You've Got to Be Kidding: Organically-Certified 5,000-Year-Old Bottled Water
In the battle of the bottle versus the tap, tap water clearly wins out as a more environmentally-friendly (and cheaper) choice. Thus it's a little hard to know what to do with this new organically-certified bottled water by Swedish company Malmberg. On the one hand, the company's got their priorities in the right place - they are using organic fruit essences to flavor their lemon and orange waters. When you look into the vast amount of chemically-created flavorings we've all been accustomed to, this is definitely a plus. And Malmberg's flavored waters come in glass bottles, which are not only highly recyclable but frequently recycled in Sweden where the return system is ingrained. On the other hand, we thought it was dumb when Safeway offered organic water, and it's pretty dumb here.Impeccable water source still can't beat municipal tapMalmberg says their water source fell as rain 3,000 years B.C., which makes it about 5,500 years old, and purportedly Sweden's oldest bottled water - Malmberg says its source has been protected from modern pollution. What they don't tell you is that many tap water sources in Sweden especially are also from deep aquifers with impeccable water quality - the Swedes claim that tap water is "the most environmentally-friendly drink available." A Swedish study in 2007 found that 5 of 13 of the most popular bottled water brands (Malmberg wasn't included) wouldn't pass Swedish criteria for tap water.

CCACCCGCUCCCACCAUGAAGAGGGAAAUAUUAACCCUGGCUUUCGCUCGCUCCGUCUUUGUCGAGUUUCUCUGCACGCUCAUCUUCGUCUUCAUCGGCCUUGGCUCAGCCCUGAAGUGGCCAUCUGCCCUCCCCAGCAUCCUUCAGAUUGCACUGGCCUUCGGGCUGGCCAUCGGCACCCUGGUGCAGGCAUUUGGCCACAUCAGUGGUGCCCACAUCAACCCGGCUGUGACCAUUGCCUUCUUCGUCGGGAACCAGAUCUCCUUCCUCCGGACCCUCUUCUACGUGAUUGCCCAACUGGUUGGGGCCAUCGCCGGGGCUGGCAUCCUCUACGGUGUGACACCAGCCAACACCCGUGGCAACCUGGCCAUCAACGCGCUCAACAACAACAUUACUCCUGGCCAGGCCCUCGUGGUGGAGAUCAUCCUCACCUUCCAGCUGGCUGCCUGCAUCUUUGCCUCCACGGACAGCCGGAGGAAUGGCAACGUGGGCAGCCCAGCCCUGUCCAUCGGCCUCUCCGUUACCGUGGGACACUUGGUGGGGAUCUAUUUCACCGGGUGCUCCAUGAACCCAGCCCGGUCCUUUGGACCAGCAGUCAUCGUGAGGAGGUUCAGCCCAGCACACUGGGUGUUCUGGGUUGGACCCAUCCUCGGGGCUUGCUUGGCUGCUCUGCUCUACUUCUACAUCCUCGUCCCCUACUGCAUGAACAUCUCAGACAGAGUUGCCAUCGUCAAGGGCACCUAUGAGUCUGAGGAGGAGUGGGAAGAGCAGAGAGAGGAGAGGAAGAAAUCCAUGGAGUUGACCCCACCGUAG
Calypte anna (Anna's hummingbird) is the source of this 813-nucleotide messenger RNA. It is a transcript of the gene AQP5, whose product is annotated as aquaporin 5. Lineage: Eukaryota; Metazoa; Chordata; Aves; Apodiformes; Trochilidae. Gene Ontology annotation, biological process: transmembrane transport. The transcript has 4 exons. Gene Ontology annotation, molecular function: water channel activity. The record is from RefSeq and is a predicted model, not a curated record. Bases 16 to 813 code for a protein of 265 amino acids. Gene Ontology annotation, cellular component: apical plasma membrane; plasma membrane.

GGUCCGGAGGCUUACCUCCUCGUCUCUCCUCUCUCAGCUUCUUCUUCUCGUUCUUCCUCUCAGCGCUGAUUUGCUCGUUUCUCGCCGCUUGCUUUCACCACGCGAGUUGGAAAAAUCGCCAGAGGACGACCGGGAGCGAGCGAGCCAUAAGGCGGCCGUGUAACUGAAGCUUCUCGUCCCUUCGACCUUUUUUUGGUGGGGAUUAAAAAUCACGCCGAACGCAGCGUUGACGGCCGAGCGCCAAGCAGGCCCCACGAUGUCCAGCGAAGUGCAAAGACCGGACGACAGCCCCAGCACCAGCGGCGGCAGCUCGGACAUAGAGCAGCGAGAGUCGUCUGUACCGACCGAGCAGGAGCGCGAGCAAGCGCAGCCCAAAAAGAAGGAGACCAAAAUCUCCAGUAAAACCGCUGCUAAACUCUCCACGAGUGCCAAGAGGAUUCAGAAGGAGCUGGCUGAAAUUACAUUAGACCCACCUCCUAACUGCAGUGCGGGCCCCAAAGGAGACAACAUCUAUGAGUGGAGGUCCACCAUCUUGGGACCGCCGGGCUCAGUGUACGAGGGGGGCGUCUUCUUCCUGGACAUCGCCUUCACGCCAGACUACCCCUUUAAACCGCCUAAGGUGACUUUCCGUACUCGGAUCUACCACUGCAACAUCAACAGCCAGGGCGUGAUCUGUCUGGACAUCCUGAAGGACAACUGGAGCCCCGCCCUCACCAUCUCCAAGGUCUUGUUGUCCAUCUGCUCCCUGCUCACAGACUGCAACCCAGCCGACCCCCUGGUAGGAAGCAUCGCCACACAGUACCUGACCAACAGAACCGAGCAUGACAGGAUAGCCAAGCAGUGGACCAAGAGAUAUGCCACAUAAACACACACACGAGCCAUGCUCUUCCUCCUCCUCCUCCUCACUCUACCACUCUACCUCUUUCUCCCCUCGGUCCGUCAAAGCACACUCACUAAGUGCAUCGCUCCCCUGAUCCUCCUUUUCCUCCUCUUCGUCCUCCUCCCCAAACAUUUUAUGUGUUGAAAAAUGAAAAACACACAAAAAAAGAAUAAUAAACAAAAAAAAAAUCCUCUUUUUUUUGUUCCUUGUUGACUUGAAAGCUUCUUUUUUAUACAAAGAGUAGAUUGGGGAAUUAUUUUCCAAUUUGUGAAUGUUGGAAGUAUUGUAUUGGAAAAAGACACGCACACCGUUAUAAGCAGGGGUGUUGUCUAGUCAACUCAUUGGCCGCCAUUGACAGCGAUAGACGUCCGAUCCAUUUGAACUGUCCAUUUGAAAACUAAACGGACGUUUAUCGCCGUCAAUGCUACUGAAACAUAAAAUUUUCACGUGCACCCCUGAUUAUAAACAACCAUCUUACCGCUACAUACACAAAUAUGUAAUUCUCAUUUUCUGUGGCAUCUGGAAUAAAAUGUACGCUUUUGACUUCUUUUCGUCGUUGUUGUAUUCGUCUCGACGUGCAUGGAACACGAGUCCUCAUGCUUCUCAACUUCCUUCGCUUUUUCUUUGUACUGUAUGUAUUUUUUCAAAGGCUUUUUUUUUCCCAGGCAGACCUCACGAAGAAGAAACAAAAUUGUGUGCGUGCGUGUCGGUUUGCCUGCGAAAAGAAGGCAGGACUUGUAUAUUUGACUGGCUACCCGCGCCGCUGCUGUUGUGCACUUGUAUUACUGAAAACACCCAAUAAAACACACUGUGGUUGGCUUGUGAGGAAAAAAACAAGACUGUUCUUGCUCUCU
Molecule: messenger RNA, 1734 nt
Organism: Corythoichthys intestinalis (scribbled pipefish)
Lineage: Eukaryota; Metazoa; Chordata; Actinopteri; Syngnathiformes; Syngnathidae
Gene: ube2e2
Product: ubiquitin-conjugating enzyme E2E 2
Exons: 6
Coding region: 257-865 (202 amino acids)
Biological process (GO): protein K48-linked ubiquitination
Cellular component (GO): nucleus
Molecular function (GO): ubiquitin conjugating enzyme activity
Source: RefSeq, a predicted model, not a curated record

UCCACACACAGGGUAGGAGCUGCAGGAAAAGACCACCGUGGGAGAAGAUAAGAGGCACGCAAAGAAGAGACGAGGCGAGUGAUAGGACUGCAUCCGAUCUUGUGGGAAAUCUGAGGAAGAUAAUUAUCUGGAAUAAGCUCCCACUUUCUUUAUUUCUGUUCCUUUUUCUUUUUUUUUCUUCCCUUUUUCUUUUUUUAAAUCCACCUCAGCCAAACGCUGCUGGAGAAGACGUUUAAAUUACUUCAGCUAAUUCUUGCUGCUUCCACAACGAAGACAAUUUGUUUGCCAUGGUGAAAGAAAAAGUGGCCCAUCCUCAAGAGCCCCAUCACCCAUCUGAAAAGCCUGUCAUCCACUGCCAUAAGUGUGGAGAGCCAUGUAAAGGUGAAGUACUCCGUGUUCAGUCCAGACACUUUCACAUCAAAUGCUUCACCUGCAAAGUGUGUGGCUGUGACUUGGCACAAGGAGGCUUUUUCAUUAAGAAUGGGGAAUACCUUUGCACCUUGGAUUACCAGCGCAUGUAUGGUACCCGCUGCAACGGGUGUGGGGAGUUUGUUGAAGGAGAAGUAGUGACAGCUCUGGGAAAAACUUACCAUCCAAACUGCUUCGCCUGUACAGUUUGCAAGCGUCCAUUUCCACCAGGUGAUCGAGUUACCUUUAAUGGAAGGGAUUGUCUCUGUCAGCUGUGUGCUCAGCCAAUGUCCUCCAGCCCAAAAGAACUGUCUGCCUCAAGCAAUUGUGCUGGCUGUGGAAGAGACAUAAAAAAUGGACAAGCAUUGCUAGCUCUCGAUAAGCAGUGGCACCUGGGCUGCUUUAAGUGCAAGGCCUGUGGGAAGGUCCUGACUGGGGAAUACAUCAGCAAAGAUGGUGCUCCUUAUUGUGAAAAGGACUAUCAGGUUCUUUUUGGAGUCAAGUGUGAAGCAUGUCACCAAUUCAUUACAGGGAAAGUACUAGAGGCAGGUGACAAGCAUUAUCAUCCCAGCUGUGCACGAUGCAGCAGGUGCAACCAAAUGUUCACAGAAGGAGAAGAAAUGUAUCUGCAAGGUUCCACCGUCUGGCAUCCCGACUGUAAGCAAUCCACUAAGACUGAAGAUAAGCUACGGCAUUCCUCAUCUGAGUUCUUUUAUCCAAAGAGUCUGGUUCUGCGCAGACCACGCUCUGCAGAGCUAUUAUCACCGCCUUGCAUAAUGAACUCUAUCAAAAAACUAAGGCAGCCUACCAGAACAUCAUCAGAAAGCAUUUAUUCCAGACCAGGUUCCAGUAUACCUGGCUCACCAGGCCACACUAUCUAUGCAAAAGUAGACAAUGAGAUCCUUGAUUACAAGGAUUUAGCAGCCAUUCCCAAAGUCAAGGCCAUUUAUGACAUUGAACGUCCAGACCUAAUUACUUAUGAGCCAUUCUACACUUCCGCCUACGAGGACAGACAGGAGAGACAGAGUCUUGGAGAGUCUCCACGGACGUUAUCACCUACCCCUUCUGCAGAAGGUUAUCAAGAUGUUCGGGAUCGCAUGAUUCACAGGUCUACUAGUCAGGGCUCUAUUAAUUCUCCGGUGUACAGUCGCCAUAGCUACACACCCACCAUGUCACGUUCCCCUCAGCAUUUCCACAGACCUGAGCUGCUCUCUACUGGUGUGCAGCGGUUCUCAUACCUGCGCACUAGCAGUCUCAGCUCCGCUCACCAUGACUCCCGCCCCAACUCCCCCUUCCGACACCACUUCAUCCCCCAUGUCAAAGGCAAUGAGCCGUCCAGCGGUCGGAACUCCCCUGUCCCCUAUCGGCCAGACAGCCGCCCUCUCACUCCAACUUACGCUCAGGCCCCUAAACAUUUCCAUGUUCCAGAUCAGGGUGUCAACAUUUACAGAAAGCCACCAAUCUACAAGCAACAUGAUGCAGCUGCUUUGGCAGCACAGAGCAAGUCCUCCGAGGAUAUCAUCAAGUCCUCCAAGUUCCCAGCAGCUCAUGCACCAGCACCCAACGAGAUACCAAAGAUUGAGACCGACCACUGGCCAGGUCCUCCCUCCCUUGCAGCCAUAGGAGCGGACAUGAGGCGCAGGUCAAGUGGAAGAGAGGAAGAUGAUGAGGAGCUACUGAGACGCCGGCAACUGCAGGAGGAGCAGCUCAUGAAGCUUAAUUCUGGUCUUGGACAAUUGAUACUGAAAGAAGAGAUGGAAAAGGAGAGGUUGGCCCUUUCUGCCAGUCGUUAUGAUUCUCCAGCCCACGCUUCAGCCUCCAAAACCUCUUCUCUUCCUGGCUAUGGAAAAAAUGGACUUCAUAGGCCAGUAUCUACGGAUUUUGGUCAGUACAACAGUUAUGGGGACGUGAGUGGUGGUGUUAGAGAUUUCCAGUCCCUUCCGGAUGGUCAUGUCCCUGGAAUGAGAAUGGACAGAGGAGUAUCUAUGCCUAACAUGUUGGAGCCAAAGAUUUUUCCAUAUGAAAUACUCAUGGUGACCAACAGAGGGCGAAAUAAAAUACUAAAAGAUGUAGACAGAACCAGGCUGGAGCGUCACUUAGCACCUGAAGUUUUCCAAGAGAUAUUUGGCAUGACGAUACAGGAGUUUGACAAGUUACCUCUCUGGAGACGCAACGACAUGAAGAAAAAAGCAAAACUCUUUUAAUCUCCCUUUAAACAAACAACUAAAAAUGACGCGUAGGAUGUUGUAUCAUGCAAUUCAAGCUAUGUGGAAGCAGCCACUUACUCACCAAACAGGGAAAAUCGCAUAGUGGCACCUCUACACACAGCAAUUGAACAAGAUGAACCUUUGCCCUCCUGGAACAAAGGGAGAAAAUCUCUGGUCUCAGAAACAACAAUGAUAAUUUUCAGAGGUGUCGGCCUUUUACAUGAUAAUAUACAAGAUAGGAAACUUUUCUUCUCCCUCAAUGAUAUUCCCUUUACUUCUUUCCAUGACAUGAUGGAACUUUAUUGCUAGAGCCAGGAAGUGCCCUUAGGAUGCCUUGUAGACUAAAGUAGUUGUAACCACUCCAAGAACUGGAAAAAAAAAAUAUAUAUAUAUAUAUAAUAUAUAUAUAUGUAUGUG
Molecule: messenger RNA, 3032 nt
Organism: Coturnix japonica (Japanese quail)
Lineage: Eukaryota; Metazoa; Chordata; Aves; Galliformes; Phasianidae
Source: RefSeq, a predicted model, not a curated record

1,000 to 3,000 times more expensiveIn Sweden a liter of water from the tap costs about .01 öre (U.S.$.001), which makes a bottle of water between 1 - 3,000 times more expensive. Plus Swedes have already run many big campaigns to get people to drink tap water - including putting tap water machines (it's the old water fountain, only new fangled!) into 130 schools and follow up with training materials to shift teens especially from their bottle habits. Scandic Hotels has dropped bottled water completely. In the past year, Swedish bottled water habits have dropped only about 10 percent, according to Swedish Radio. Via: Malmbergs
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